The passive investing bubble is causing mid-sized active management firms to wither.

Active Management is Dying in the Passive Investing Bubble

The passive investing bubble chronicles continue, leaving more wreckage in their unrelenting march: Writing in The Financial Times Unhedged column, Robert Armstrong discusses the plight of mid-sized active management firms. Not surprisingly in an era where it seems every investor is flocking to passive investment strategies, he questions the purpose and sustainability of writing his column in the FT.

Another notable point in his piece is the incredible outflows from actively managed firms. T Rowe Price, Franklin Resources, Abrdn (not a typo, formerly Standard Life Aberdeen plc), Janus Henderson and Invesco have been hemorrhaging money to the tune of $600 billion since 2018 — just from those five firms alone. If the stock market had not been strong during this period, the damage would have been worse, because rising stock prices helped save some of their assets under management.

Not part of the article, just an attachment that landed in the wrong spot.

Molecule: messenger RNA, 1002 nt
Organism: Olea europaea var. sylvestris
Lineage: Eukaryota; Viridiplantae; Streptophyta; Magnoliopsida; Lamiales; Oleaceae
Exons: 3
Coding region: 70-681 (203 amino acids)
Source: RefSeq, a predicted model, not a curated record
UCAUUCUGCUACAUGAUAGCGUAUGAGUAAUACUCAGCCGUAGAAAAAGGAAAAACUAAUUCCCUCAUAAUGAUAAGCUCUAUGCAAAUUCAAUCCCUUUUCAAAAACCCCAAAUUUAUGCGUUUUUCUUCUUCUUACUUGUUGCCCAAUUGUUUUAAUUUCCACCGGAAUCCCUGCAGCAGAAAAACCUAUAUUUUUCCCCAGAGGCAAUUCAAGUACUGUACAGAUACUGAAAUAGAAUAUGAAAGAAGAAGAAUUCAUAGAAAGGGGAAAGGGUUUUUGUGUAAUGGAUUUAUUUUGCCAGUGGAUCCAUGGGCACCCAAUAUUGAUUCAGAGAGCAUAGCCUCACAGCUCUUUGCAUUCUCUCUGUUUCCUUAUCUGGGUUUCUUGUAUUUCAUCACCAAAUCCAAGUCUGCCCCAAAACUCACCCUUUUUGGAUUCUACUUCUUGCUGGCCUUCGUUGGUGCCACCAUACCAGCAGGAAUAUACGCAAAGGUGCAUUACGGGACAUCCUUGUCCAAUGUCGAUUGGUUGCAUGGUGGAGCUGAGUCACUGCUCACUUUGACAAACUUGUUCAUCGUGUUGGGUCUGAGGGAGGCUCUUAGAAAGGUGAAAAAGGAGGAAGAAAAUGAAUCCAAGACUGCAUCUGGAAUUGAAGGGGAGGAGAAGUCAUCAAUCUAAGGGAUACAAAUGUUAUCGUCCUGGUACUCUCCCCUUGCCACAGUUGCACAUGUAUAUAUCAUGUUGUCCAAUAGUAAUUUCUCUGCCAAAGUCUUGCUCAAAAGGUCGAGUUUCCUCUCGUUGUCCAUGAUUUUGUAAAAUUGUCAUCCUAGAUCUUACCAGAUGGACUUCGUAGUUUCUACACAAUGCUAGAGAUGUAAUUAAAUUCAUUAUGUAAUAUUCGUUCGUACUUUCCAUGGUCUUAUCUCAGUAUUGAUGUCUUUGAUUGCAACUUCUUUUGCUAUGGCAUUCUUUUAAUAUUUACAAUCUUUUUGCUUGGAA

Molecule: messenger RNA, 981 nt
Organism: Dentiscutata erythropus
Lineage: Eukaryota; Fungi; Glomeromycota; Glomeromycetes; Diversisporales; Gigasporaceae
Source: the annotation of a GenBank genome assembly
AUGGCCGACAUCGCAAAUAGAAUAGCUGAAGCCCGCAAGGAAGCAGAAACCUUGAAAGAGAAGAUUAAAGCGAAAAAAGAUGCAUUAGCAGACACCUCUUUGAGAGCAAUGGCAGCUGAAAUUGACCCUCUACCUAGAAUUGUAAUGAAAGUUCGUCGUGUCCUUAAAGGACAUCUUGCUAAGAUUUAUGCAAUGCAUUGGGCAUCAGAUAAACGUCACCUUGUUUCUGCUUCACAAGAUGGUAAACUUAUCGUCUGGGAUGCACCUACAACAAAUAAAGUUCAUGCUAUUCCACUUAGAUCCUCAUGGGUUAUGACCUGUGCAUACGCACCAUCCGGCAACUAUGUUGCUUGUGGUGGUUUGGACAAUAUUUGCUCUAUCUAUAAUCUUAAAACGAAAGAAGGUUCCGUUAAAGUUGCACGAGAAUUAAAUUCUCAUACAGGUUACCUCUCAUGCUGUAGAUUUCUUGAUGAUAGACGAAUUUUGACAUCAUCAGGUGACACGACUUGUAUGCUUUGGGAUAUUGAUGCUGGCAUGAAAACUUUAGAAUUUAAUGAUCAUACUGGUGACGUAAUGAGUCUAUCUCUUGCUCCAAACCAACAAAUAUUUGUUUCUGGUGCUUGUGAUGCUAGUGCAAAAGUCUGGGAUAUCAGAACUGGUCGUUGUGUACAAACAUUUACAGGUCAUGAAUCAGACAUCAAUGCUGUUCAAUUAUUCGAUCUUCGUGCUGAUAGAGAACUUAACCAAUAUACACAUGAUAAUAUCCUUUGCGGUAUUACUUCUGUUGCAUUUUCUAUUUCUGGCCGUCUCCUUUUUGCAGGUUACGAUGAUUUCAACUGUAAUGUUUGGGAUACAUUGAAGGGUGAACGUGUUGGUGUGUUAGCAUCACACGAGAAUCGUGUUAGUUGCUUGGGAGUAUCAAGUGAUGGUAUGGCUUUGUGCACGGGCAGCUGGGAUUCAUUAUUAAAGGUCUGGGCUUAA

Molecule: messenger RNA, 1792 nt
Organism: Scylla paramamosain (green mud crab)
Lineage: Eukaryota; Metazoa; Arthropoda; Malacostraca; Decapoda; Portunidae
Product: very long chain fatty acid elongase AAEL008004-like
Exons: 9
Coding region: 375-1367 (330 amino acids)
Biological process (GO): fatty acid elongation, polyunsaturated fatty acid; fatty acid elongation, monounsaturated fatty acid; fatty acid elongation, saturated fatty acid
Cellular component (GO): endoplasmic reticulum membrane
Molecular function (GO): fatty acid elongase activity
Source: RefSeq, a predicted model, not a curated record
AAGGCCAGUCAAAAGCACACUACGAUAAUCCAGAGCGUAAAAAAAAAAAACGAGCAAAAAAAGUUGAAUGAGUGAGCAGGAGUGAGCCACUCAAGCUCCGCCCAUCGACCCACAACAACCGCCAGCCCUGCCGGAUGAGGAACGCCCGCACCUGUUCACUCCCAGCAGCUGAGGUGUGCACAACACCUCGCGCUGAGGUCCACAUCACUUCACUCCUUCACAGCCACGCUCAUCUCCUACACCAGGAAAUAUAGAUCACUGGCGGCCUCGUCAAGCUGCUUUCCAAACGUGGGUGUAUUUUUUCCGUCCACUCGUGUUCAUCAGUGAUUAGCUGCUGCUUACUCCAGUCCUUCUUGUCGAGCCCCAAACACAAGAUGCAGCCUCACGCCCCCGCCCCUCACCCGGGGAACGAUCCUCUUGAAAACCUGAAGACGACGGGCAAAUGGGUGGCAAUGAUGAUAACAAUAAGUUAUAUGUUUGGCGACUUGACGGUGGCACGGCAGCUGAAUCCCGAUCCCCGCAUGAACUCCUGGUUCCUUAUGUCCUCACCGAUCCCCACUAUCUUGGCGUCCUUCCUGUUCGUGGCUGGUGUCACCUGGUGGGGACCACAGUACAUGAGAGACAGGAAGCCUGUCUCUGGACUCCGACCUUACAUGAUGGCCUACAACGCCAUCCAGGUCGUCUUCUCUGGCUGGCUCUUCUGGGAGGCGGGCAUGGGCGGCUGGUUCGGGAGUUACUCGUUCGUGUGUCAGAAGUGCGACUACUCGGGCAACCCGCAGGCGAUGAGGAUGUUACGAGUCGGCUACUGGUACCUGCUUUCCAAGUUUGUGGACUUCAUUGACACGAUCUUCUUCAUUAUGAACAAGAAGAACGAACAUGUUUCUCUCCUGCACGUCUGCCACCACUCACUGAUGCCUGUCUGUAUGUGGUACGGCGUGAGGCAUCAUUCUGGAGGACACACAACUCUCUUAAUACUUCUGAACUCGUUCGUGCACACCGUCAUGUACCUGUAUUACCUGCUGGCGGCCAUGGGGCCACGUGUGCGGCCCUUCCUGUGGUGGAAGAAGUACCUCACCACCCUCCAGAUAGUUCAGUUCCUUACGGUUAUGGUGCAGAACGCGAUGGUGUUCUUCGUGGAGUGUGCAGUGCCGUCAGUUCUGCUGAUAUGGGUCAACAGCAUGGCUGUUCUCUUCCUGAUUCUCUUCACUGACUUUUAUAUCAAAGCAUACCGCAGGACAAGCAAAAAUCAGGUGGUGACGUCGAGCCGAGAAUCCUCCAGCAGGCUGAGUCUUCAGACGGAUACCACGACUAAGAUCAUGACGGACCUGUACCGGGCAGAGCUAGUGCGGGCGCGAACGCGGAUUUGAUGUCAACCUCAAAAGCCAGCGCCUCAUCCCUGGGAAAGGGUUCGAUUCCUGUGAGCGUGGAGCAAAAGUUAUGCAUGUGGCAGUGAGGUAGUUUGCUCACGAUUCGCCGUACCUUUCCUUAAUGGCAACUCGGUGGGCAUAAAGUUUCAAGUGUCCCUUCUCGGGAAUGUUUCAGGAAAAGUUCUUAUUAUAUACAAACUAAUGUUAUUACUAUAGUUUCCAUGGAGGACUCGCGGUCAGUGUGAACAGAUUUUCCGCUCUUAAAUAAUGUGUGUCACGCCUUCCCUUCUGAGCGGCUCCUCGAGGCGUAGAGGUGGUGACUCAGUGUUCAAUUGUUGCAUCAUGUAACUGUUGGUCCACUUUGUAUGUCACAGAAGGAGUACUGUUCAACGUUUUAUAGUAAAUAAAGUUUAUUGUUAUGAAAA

Scale is such an import factor in the modern asset management business, so the big get bigger and the mid to small-sized firms die off. This is creating an industry of gigantic, too-big-to-fail asset management firms that are all investing in essentially the same stocks in the same percentages

While active management shows no signs of rebounding soon, the fragility of the passive investing ensures that something else will take the place of the current regime in the years ahead, but the timing of that dramatic change is very uncertain.

Since the passive investing bubble is fueled by flows, a possible U.S. recession could trigger outflows from passive funds, due to mass layoffs. Job losses would prevent individuals from contributing to 401(k) accounts that are automatically invested in passive funds each pay period. Additionally, hardship withdrawals from retirement accounts could induce further outflows.

Judging by leading indicators in the economic cycle and analysis by of firms like ECRI, we may be entering into a period of unique vulnerability for passive index funds if the job market turns down. The next 6 to 9 months could be very eventful.

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